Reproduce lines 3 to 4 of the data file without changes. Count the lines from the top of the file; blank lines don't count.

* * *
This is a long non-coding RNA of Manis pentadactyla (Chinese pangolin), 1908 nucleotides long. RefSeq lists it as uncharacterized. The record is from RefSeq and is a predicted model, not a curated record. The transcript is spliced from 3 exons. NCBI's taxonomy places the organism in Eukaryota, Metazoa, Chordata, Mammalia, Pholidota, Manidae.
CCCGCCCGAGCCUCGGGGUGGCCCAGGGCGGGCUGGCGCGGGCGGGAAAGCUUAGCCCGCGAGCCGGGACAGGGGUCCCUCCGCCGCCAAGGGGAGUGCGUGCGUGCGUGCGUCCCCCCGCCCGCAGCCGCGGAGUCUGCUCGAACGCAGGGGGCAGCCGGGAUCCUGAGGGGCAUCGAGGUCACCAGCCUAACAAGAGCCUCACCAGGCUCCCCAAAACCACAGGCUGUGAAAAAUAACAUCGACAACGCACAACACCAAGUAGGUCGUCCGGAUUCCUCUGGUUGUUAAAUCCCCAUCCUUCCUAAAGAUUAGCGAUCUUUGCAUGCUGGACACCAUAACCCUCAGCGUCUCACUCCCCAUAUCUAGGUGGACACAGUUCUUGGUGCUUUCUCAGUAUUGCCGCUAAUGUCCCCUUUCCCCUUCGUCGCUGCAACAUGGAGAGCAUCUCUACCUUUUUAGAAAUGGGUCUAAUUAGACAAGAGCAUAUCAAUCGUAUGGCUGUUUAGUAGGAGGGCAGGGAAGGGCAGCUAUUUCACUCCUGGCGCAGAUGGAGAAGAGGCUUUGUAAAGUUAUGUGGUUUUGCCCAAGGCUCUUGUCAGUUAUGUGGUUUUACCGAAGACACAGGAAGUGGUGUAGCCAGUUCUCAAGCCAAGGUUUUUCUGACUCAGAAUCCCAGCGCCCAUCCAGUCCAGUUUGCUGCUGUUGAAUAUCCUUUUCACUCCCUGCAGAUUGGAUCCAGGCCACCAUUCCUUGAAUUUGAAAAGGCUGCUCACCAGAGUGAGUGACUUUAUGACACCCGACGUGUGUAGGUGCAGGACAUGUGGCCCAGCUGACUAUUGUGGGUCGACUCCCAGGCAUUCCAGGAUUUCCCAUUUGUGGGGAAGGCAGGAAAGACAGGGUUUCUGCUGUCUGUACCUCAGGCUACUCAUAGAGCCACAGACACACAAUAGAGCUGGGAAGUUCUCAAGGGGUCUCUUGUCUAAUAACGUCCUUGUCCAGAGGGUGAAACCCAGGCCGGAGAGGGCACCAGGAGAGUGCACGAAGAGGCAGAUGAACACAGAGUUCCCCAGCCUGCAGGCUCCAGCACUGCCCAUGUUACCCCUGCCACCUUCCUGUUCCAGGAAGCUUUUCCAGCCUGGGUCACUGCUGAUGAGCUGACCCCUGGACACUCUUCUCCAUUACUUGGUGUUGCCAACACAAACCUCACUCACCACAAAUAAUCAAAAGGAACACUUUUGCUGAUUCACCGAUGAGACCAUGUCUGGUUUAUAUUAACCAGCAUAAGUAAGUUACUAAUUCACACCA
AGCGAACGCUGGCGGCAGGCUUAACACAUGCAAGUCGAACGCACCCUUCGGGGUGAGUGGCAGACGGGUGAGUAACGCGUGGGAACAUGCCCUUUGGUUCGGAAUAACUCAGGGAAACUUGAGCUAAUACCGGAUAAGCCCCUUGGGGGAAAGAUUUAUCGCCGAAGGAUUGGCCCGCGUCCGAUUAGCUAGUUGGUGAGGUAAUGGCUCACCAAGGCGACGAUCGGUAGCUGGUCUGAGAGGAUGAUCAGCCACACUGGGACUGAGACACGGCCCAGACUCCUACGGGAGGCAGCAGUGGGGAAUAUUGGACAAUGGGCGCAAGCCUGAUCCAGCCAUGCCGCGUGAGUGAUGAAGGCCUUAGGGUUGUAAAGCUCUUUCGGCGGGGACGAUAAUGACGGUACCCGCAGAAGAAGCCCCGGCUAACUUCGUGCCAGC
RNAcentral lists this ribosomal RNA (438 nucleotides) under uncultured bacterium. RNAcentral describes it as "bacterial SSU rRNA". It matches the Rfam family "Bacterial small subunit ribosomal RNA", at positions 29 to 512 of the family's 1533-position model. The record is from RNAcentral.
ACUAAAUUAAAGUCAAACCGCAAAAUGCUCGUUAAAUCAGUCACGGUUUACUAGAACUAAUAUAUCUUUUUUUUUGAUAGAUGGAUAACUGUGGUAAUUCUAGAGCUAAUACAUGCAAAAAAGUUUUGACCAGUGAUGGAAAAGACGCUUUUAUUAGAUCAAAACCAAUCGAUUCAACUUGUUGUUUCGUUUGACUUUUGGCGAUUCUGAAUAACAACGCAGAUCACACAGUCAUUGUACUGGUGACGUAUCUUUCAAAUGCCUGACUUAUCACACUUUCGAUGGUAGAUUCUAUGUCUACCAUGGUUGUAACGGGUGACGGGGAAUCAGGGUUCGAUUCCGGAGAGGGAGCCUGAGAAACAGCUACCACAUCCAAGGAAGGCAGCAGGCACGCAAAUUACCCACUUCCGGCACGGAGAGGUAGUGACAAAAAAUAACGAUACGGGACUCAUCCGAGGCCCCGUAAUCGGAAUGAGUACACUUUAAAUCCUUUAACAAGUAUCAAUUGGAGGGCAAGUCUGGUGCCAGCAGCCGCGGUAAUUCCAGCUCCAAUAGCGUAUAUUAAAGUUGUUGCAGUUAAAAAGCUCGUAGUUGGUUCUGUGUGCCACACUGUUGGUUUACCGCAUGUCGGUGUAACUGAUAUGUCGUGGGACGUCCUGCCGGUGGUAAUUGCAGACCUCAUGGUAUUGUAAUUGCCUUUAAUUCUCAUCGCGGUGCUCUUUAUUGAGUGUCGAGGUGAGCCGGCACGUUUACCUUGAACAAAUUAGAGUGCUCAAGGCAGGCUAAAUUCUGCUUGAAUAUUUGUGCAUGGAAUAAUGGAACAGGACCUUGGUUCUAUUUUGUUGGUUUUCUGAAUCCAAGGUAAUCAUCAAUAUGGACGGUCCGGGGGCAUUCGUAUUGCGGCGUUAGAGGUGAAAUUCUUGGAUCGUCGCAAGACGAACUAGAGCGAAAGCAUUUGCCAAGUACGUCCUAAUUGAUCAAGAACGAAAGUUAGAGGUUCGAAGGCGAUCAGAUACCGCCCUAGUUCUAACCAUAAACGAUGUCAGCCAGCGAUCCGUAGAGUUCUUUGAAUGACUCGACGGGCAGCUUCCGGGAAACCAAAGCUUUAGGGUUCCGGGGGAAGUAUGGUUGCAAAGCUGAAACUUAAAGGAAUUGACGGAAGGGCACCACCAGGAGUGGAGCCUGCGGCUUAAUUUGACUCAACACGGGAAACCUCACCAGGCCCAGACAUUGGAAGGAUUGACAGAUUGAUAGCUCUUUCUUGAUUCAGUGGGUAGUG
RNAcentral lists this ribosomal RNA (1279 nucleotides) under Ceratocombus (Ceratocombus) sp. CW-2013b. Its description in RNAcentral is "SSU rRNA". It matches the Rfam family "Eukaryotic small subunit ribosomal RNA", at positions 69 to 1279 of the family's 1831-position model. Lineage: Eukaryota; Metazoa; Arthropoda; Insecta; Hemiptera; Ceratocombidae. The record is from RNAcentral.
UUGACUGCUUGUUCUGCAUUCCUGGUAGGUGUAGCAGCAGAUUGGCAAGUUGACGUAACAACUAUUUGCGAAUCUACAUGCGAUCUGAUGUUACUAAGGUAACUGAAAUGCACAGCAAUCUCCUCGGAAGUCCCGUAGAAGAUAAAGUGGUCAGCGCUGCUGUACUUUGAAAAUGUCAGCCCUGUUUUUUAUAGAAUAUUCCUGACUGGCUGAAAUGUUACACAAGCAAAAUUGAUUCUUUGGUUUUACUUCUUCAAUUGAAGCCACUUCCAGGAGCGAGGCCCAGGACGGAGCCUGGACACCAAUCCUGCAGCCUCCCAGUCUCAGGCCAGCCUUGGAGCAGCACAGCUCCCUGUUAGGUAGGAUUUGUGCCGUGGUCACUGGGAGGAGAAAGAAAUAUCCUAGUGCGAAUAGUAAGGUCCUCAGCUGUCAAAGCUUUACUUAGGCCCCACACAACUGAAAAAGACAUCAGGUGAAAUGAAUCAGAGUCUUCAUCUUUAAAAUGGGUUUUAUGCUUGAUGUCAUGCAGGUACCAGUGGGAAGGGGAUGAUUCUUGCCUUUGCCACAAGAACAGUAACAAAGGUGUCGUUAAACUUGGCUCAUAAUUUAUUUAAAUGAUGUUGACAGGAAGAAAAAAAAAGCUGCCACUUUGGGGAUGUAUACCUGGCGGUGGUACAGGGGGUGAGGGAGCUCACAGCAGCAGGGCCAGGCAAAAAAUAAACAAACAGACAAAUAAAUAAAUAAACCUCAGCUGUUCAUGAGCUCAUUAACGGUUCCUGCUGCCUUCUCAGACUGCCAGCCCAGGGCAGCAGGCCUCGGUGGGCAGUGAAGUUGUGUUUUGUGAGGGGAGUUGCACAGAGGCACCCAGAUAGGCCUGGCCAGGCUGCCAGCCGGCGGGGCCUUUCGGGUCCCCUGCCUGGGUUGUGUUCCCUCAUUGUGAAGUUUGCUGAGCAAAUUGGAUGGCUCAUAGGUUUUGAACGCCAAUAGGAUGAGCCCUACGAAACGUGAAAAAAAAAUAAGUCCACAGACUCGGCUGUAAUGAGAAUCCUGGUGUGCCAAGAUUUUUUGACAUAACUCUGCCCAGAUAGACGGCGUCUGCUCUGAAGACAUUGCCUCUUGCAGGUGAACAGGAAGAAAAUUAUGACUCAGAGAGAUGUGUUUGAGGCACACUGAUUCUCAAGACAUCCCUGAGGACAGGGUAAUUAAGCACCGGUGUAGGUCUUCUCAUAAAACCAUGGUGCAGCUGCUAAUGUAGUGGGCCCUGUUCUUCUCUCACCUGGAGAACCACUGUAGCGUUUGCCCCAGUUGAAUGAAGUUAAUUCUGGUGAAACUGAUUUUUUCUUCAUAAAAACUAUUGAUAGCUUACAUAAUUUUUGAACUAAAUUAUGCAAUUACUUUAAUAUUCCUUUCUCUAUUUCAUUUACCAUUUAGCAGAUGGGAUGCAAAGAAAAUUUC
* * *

AGCGAACGCUGGCGGCAGGCUUAACACAUGCAAGUCGAACGCACCCUUCGGGGUGAGUGGCAGACGGGUGAGUAACGCGUGGGAACAUGCCCUUUGGUUCGGAAUAACUCAGGGAAACUUGAGCUAAUACCGGAUAAGCCCCUUGGGGGAAAGAUUUAUCGCCGAAGGAUUGGCCCGCGUCCGAUUAGCUAGUUGGUGAGGUAAUGGCUCACCAAGGCGACGAUCGGUAGCUGGUCUGAGAGGAUGAUCAGCCACACUGGGACUGAGACACGGCCCAGACUCCUACGGGAGGCAGCAGUGGGGAAUAUUGGACAAUGGGCGCAAGCCUGAUCCAGCCAUGCCGCGUGAGUGAUGAAGGCCUUAGGGUUGUAAAGCUCUUUCGGCGGGGACGAUAAUGACGGUACCCGCAGAAGAAGCCCCGGCUAACUUCGUGCCAGC
RNAcentral lists this ribosomal RNA (438 nucleotides) under uncultured bacterium. RNAcentral describes it as "bacterial SSU rRNA". It matches the Rfam family "Bacterial small subunit ribosomal RNA", at positions 29 to 512 of the family's 1533-position model. The record is from RNAcentral.